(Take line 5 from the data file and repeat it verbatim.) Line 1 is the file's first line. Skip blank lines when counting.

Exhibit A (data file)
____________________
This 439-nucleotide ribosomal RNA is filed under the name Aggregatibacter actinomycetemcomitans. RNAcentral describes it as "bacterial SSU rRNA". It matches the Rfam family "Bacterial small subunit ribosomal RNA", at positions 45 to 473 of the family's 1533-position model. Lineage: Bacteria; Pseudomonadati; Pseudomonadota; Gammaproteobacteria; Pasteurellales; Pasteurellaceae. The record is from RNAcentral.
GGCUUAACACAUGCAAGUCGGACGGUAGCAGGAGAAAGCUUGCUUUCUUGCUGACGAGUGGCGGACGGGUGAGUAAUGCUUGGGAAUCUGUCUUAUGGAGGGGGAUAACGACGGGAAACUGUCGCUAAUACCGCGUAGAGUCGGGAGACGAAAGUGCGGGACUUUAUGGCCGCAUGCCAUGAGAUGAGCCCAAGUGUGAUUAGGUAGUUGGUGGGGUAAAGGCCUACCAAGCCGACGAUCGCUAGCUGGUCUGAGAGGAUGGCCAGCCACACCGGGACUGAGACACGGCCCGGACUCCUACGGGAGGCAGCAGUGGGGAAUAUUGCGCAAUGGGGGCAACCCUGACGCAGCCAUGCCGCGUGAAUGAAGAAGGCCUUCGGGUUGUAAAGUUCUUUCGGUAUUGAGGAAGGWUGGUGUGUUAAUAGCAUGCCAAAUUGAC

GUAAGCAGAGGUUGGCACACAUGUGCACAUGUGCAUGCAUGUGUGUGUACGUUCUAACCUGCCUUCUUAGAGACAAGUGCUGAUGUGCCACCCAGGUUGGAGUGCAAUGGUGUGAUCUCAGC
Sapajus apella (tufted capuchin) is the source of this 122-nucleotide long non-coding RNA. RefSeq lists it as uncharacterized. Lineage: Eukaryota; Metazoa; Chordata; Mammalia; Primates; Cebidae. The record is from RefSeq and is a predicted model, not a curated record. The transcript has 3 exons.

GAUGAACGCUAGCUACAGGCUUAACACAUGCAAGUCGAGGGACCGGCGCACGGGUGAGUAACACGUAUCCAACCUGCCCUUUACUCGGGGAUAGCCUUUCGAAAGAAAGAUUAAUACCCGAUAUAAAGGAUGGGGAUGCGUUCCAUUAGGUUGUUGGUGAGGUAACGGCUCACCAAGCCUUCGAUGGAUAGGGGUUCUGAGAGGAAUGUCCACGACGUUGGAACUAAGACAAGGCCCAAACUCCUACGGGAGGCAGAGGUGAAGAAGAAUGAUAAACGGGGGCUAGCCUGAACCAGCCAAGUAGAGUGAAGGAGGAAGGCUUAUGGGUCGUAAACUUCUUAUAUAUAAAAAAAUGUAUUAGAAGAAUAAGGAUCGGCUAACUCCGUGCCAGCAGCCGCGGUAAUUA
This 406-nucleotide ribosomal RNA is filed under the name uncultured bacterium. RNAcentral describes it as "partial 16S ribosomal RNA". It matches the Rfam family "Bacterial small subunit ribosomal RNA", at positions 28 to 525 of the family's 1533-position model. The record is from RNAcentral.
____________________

GAUGAACGCUAGCUACAGGCUUAACACAUGCAAGUCGAGGGACCGGCGCACGGGUGAGUAACACGUAUCCAACCUGCCCUUUACUCGGGGAUAGCCUUUCGAAAGAAAGAUUAAUACCCGAUAUAAAGGAUGGGGAUGCGUUCCAUUAGGUUGUUGGUGAGGUAACGGCUCACCAAGCCUUCGAUGGAUAGGGGUUCUGAGAGGAAUGUCCACGACGUUGGAACUAAGACAAGGCCCAAACUCCUACGGGAGGCAGAGGUGAAGAAGAAUGAUAAACGGGGGCUAGCCUGAACCAGCCAAGUAGAGUGAAGGAGGAAGGCUUAUGGGUCGUAAACUUCUUAUAUAUAAAAAAAUGUAUUAGAAGAAUAAGGAUCGGCUAACUCCGUGCCAGCAGCCGCGGUAAUUA